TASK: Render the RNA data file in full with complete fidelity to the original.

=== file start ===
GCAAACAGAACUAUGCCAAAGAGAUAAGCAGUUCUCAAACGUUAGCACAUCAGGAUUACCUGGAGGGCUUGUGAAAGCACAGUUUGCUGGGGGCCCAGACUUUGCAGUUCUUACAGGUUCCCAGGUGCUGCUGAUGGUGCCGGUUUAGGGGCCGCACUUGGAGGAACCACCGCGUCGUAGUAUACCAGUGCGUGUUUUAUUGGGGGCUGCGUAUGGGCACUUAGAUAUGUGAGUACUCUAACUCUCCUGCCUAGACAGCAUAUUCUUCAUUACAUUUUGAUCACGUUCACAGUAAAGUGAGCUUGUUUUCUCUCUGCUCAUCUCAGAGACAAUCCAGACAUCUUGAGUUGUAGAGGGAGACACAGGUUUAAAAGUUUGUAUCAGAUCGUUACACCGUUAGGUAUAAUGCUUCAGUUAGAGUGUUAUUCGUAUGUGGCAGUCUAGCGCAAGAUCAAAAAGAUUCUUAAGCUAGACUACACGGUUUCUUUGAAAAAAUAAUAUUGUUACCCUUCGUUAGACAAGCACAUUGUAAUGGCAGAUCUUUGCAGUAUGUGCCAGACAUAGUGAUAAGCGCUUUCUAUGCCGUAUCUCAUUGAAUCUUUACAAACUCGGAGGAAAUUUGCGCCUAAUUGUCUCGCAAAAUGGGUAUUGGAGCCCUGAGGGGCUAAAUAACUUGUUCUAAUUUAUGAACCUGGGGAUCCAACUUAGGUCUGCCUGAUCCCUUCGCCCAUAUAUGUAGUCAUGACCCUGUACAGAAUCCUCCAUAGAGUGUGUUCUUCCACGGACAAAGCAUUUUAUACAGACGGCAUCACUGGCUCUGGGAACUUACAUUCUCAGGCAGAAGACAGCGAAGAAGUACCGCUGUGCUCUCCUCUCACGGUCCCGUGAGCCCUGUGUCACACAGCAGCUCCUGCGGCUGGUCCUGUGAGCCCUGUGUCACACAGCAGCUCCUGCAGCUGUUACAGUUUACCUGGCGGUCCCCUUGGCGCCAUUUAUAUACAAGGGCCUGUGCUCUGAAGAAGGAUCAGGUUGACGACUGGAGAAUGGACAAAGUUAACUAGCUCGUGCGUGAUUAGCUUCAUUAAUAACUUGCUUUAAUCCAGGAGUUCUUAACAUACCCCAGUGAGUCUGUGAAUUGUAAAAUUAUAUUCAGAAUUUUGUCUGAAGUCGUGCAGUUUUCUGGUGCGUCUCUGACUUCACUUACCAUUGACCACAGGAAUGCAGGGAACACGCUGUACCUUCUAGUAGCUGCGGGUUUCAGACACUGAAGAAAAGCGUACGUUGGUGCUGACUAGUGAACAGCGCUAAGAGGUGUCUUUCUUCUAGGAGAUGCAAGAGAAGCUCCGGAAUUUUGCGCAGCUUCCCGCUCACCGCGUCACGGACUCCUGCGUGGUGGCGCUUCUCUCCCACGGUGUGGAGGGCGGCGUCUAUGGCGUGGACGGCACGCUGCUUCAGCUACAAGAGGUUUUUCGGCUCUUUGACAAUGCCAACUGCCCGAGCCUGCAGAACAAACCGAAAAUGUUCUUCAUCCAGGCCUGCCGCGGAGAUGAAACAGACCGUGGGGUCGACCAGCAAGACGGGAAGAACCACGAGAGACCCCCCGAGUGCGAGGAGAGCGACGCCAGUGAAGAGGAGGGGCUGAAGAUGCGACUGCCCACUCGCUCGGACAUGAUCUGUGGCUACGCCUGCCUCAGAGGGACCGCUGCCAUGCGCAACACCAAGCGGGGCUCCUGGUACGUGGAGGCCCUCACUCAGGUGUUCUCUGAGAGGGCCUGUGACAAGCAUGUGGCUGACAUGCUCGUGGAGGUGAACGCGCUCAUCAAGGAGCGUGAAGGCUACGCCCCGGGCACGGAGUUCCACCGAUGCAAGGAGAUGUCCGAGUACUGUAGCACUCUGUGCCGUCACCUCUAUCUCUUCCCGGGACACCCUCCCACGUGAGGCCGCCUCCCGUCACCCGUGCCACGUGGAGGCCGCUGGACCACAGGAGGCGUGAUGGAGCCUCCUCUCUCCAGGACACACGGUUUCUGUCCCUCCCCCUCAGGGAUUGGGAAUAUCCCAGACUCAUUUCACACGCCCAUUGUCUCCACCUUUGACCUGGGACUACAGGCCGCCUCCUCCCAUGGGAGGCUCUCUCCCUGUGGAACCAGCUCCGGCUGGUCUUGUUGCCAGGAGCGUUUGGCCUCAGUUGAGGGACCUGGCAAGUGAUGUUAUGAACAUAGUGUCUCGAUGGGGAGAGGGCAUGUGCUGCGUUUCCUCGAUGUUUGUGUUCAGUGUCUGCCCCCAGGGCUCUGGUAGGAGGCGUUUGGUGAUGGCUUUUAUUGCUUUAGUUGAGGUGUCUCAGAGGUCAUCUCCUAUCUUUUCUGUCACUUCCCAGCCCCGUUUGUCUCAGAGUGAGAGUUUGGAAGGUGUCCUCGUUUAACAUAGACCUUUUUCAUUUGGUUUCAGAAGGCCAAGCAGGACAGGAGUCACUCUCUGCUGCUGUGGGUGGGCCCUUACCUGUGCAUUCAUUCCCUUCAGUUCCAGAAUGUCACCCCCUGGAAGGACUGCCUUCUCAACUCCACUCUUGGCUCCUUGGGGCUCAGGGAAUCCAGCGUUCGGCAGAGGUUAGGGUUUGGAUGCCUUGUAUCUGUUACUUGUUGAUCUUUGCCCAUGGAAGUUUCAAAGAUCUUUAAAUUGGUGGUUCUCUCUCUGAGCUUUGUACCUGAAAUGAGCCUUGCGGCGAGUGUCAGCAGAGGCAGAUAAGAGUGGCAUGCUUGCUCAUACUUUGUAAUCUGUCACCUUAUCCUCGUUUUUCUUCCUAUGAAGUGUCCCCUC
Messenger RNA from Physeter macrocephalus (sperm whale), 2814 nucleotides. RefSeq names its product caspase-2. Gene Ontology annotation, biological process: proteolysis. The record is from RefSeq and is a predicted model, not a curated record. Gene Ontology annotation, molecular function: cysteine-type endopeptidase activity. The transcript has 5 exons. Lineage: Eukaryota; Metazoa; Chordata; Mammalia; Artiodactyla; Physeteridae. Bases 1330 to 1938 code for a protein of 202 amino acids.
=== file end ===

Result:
GCAAACAGAACUAUGCCAAAGAGAUAAGCAGUUCUCAAACGUUAGCACAUCAGGAUUACCUGGAGGGCUUGUGAAAGCACAGUUUGCUGGGGGCCCAGACUUUGCAGUUCUUACAGGUUCCCAGGUGCUGCUGAUGGUGCCGGUUUAGGGGCCGCACUUGGAGGAACCACCGCGUCGUAGUAUACCAGUGCGUGUUUUAUUGGGGGCUGCGUAUGGGCACUUAGAUAUGUGAGUACUCUAACUCUCCUGCCUAGACAGCAUAUUCUUCAUUACAUUUUGAUCACGUUCACAGUAAAGUGAGCUUGUUUUCUCUCUGCUCAUCUCAGAGACAAUCCAGACAUCUUGAGUUGUAGAGGGAGACACAGGUUUAAAAGUUUGUAUCAGAUCGUUACACCGUUAGGUAUAAUGCUUCAGUUAGAGUGUUAUUCGUAUGUGGCAGUCUAGCGCAAGAUCAAAAAGAUUCUUAAGCUAGACUACACGGUUUCUUUGAAAAAAUAAUAUUGUUACCCUUCGUUAGACAAGCACAUUGUAAUGGCAGAUCUUUGCAGUAUGUGCCAGACAUAGUGAUAAGCGCUUUCUAUGCCGUAUCUCAUUGAAUCUUUACAAACUCGGAGGAAAUUUGCGCCUAAUUGUCUCGCAAAAUGGGUAUUGGAGCCCUGAGGGGCUAAAUAACUUGUUCUAAUUUAUGAACCUGGGGAUCCAACUUAGGUCUGCCUGAUCCCUUCGCCCAUAUAUGUAGUCAUGACCCUGUACAGAAUCCUCCAUAGAGUGUGUUCUUCCACGGACAAAGCAUUUUAUACAGACGGCAUCACUGGCUCUGGGAACUUACAUUCUCAGGCAGAAGACAGCGAAGAAGUACCGCUGUGCUCUCCUCUCACGGUCCCGUGAGCCCUGUGUCACACAGCAGCUCCUGCGGCUGGUCCUGUGAGCCCUGUGUCACACAGCAGCUCCUGCAGCUGUUACAGUUUACCUGGCGGUCCCCUUGGCGCCAUUUAUAUACAAGGGCCUGUGCUCUGAAGAAGGAUCAGGUUGACGACUGGAGAAUGGACAAAGUUAACUAGCUCGUGCGUGAUUAGCUUCAUUAAUAACUUGCUUUAAUCCAGGAGUUCUUAACAUACCCCAGUGAGUCUGUGAAUUGUAAAAUUAUAUUCAGAAUUUUGUCUGAAGUCGUGCAGUUUUCUGGUGCGUCUCUGACUUCACUUACCAUUGACCACAGGAAUGCAGGGAACACGCUGUACCUUCUAGUAGCUGCGGGUUUCAGACACUGAAGAAAAGCGUACGUUGGUGCUGACUAGUGAACAGCGCUAAGAGGUGUCUUUCUUCUAGGAGAUGCAAGAGAAGCUCCGGAAUUUUGCGCAGCUUCCCGCUCACCGCGUCACGGACUCCUGCGUGGUGGCGCUUCUCUCCCACGGUGUGGAGGGCGGCGUCUAUGGCGUGGACGGCACGCUGCUUCAGCUACAAGAGGUUUUUCGGCUCUUUGACAAUGCCAACUGCCCGAGCCUGCAGAACAAACCGAAAAUGUUCUUCAUCCAGGCCUGCCGCGGAGAUGAAACAGACCGUGGGGUCGACCAGCAAGACGGGAAGAACCACGAGAGACCCCCCGAGUGCGAGGAGAGCGACGCCAGUGAAGAGGAGGGGCUGAAGAUGCGACUGCCCACUCGCUCGGACAUGAUCUGUGGCUACGCCUGCCUCAGAGGGACCGCUGCCAUGCGCAACACCAAGCGGGGCUCCUGGUACGUGGAGGCCCUCACUCAGGUGUUCUCUGAGAGGGCCUGUGACAAGCAUGUGGCUGACAUGCUCGUGGAGGUGAACGCGCUCAUCAAGGAGCGUGAAGGCUACGCCCCGGGCACGGAGUUCCACCGAUGCAAGGAGAUGUCCGAGUACUGUAGCACUCUGUGCCGUCACCUCUAUCUCUUCCCGGGACACCCUCCCACGUGAGGCCGCCUCCCGUCACCCGUGCCACGUGGAGGCCGCUGGACCACAGGAGGCGUGAUGGAGCCUCCUCUCUCCAGGACACACGGUUUCUGUCCCUCCCCCUCAGGGAUUGGGAAUAUCCCAGACUCAUUUCACACGCCCAUUGUCUCCACCUUUGACCUGGGACUACAGGCCGCCUCCUCCCAUGGGAGGCUCUCUCCCUGUGGAACCAGCUCCGGCUGGUCUUGUUGCCAGGAGCGUUUGGCCUCAGUUGAGGGACCUGGCAAGUGAUGUUAUGAACAUAGUGUCUCGAUGGGGAGAGGGCAUGUGCUGCGUUUCCUCGAUGUUUGUGUUCAGUGUCUGCCCCCAGGGCUCUGGUAGGAGGCGUUUGGUGAUGGCUUUUAUUGCUUUAGUUGAGGUGUCUCAGAGGUCAUCUCCUAUCUUUUCUGUCACUUCCCAGCCCCGUUUGUCUCAGAGUGAGAGUUUGGAAGGUGUCCUCGUUUAACAUAGACCUUUUUCAUUUGGUUUCAGAAGGCCAAGCAGGACAGGAGUCACUCUCUGCUGCUGUGGGUGGGCCCUUACCUGUGCAUUCAUUCCCUUCAGUUCCAGAAUGUCACCCCCUGGAAGGACUGCCUUCUCAACUCCACUCUUGGCUCCUUGGGGCUCAGGGAAUCCAGCGUUCGGCAGAGGUUAGGGUUUGGAUGCCUUGUAUCUGUUACUUGUUGAUCUUUGCCCAUGGAAGUUUCAAAGAUCUUUAAAUUGGUGGUUCUCUCUCUGAGCUUUGUACCUGAAAUGAGCCUUGCGGCGAGUGUCAGCAGAGGCAGAUAAGAGUGGCAUGCUUGCUCAUACUUUGUAAUCUGUCACCUUAUCCUCGUUUUUCUUCCUAUGAAGUGUCCCCUC
Messenger RNA from Physeter macrocephalus (sperm whale), 2814 nucleotides. RefSeq names its product caspase-2. Gene Ontology annotation, biological process: proteolysis. The record is from RefSeq and is a predicted model, not a curated record. Gene Ontology annotation, molecular function: cysteine-type endopeptidase activity. The transcript has 5 exons. Lineage: Eukaryota; Metazoa; Chordata; Mammalia; Artiodactyla; Physeteridae. Bases 1330 to 1938 code for a protein of 202 amino acids.